--Search for a specific string in object-definitions:
o.name AS Object_Name
FROM sys.sql_modules m
INNER JOIN sys.objects o ON m.object_id = o.object_id
WHERE m.definition Like '%SELECT%'
--Find a column within the database:
t.name AS TableName,
SCHEMA_NAME(schema_id) AS SchemaName,
c.name AS ColumnName
FROM sys.tables AS t
INNER JOIN sys.columns c ON t.OBJECT_ID = c.OBJECT_ID
WHERE c.name LIKE '%Customer%'
ORDER BY SchemaName, ColumnName
Couple of weeks ago, I shared my SSRS dashboard with the community on LinkedIn:
Koos van Strien asked for the source (RDL) and restyled the dashboard with his ‘webdesign-look’. Pretty nice!
Koos discusses the changes he made to my dashboard on his blog:
Here are both dashboards in full size:
Did you know that by pausing the SQL Server service before restarting the instance we allow end users to continue their work uninterrupted and we also stop any new connections to the instance? This is a nicer way of telling people to “get out” of the database in order for the server to be rebooted. I wouldn’t leave the server paused for 60 minutes of course, but I would rather use this method than forcibly disconnect users and rollback their transactions.
When a server is paused you will see messages similar to this in the SQL Server error log:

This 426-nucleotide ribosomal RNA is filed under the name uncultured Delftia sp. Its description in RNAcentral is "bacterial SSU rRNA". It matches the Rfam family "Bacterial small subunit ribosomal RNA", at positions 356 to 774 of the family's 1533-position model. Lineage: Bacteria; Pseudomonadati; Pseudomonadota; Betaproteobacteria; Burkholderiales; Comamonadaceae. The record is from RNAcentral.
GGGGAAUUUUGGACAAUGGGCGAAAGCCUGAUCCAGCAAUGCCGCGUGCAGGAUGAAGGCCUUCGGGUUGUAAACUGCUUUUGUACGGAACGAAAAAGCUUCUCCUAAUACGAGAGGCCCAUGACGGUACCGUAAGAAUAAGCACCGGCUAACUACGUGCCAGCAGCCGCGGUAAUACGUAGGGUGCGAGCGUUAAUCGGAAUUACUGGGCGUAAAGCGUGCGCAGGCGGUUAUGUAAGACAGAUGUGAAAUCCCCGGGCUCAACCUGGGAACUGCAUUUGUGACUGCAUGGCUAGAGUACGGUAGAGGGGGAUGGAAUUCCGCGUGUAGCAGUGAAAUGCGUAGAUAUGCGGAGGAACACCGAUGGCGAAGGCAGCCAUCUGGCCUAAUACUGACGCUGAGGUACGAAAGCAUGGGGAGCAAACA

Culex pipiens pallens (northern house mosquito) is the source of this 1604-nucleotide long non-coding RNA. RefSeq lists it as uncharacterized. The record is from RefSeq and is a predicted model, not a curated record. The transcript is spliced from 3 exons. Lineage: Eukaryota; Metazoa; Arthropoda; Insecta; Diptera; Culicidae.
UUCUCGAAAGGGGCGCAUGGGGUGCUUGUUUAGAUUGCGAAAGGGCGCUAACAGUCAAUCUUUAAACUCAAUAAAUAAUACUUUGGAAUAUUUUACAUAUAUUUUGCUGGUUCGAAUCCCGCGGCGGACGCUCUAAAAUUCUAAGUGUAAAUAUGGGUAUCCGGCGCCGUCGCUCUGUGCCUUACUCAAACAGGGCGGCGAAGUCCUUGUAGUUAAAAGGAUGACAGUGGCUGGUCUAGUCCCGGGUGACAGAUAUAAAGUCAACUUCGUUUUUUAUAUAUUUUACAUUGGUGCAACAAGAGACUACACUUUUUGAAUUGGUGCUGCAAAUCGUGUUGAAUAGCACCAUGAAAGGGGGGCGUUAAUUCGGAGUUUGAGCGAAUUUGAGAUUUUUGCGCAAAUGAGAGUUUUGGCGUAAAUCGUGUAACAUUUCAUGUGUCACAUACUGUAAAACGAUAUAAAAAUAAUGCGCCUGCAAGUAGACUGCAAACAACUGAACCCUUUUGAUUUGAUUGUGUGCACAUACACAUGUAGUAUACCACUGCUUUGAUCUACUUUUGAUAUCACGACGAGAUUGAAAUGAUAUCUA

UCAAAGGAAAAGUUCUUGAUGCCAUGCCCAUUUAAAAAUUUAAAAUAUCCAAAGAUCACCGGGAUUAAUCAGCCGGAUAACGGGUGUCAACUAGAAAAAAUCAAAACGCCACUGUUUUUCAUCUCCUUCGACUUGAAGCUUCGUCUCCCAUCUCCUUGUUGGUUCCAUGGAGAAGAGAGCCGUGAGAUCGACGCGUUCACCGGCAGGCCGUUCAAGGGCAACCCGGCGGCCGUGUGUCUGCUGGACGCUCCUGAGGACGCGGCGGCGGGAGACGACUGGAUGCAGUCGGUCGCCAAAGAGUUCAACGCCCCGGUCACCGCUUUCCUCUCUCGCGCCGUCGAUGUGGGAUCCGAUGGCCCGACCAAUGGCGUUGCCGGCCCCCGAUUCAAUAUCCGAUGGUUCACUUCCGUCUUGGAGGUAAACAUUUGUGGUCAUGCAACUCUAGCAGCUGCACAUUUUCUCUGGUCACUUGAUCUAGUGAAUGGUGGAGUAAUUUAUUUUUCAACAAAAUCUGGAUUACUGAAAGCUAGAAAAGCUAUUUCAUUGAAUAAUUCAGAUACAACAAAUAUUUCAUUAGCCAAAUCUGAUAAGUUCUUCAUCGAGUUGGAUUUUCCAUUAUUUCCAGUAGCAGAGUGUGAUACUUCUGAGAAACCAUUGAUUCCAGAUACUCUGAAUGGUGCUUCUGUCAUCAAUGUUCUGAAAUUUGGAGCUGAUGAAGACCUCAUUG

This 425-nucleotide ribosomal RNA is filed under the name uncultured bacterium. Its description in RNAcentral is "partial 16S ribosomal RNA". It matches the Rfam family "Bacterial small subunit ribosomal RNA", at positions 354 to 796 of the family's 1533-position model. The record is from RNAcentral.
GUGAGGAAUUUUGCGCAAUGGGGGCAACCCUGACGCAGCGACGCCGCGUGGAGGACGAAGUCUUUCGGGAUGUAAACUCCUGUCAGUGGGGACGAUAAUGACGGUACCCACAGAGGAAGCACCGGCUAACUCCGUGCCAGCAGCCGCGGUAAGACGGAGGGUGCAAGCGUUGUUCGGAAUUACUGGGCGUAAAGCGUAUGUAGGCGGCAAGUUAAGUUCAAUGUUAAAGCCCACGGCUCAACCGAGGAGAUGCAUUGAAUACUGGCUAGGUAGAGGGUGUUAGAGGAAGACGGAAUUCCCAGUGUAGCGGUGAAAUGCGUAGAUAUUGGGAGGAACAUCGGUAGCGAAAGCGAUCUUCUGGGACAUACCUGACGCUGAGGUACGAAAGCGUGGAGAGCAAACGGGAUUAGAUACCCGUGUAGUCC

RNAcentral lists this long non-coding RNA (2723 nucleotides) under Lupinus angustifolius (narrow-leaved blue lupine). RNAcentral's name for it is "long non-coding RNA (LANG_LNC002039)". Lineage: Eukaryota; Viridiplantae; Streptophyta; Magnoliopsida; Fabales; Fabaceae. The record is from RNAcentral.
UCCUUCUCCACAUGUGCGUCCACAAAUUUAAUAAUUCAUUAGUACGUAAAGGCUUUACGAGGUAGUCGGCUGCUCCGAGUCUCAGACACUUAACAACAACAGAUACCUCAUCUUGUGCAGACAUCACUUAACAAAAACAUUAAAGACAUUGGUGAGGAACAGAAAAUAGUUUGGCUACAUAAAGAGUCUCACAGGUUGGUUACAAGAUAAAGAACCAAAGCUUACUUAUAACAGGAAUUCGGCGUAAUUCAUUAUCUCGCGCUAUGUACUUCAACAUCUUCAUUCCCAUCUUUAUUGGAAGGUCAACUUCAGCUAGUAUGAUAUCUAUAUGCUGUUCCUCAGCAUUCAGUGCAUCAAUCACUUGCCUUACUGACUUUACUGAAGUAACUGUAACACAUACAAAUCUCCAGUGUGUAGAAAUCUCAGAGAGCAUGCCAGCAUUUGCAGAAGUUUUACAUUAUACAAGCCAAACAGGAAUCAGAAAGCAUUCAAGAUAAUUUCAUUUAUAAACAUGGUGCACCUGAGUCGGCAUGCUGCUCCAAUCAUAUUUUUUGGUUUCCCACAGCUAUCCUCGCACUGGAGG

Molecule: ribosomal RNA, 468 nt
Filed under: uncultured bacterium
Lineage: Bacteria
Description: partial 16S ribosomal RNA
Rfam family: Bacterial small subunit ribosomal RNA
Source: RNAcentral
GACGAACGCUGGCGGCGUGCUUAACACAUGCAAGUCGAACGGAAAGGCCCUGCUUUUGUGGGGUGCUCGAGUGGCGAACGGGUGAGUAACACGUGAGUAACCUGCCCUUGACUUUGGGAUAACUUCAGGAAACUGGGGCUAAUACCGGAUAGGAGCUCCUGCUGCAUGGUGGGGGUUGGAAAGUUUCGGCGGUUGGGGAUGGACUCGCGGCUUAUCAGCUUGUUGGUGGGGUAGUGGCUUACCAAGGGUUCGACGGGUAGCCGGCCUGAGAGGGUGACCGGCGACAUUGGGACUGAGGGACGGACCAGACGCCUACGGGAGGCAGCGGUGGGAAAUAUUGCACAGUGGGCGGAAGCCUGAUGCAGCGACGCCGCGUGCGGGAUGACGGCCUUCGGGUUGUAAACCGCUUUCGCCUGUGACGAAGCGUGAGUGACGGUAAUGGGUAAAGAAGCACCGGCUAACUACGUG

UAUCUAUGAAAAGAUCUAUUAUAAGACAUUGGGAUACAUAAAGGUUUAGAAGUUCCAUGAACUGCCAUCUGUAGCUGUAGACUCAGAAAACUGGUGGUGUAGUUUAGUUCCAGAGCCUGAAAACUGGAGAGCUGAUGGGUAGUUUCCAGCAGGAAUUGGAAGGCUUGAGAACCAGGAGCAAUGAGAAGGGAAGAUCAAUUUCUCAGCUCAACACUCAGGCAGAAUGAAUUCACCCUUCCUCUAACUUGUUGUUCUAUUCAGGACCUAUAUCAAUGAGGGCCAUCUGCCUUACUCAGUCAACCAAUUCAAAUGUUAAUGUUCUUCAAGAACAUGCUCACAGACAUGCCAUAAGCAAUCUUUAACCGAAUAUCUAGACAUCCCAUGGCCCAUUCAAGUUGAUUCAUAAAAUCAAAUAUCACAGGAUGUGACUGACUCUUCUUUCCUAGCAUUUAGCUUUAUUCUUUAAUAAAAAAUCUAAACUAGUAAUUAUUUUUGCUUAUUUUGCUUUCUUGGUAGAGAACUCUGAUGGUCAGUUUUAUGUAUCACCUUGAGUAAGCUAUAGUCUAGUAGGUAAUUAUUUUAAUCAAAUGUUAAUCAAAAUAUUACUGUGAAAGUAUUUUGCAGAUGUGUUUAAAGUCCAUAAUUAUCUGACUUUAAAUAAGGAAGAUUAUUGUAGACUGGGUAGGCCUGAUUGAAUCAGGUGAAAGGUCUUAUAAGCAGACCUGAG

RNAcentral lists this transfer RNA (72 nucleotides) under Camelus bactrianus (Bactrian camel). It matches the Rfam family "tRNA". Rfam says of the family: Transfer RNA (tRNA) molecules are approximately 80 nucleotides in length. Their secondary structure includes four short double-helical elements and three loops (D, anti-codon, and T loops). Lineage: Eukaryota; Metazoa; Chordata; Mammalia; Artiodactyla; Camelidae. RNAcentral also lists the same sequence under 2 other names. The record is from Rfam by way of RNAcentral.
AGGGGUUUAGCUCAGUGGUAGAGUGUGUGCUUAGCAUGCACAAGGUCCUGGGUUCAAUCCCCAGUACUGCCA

Error: 17142, Severity: 14, State: 0.
SQL Server service has been paused. No new connections will be allowed. To resume the
service, use SQL Computer Manager or the Services application in Control Panel.
Error: 18456, Severity: 14, State: 13.
Login failed for user ''. Reason: SQL Server service is paused.
No new connections can be accepted at this time. [CLIENT: ]
Next time you are worried about rebooting during the day think about the pause button instead. It might be a nice compromise for your end-users.
Thank Thomas Larock for his blog post: http://thomaslarock.com/2016/01/pause-sql-server-service-before-restarting/
The SQL Server Management Data Warehouse (MDW) is one of the most underappreciated features of SQL Server. But it’s a really handy feature which logs WaitStats and more, with almost no overhead (< 1% CPU). And…it does generate some nice reports which you could use to monitor your server (out of the box):
How to enable it
For more info (and how to enable it), please visit:
Stumbled upon this great post by Marco Schreuder about how to collect source system metadata with T-SQL queries:
The blog post is a few years old, but still the queries might come in handy.
TSQL Metadata Queries
1. Get column information from all tables
2. Get column information from all views
3. Get details of foreign key constraints
4. Get details of the indices created on user tables
Yesterday I attended Hope Foley‘s webinar during 24 Hours of PASS, thanks for that!
A few examples:
Here’s Michael Coles Christmas card of 2009:
Here’s a great example by Michael J Swart:
How can I create such art?
Well Alex Whittles explains how you could accomplish this on his blog:
Besides that it’s cool, a more practical use for spatial data is for example if you’re in the hotel of conference business.
Imagine a report that displays your floor layout and also if a room is occupied or not? Perhaps also to display block-reservations (groups), like for example for SQL Saturday or when your local footbal club is staying at your hotel?
Here’s an example:
Found these images on Google and it’s something I would like to share with you guys:
Join us at LinkedIn!
Don’t forget to join the SQL Server 2014 group on LinkedIn and stay updated!: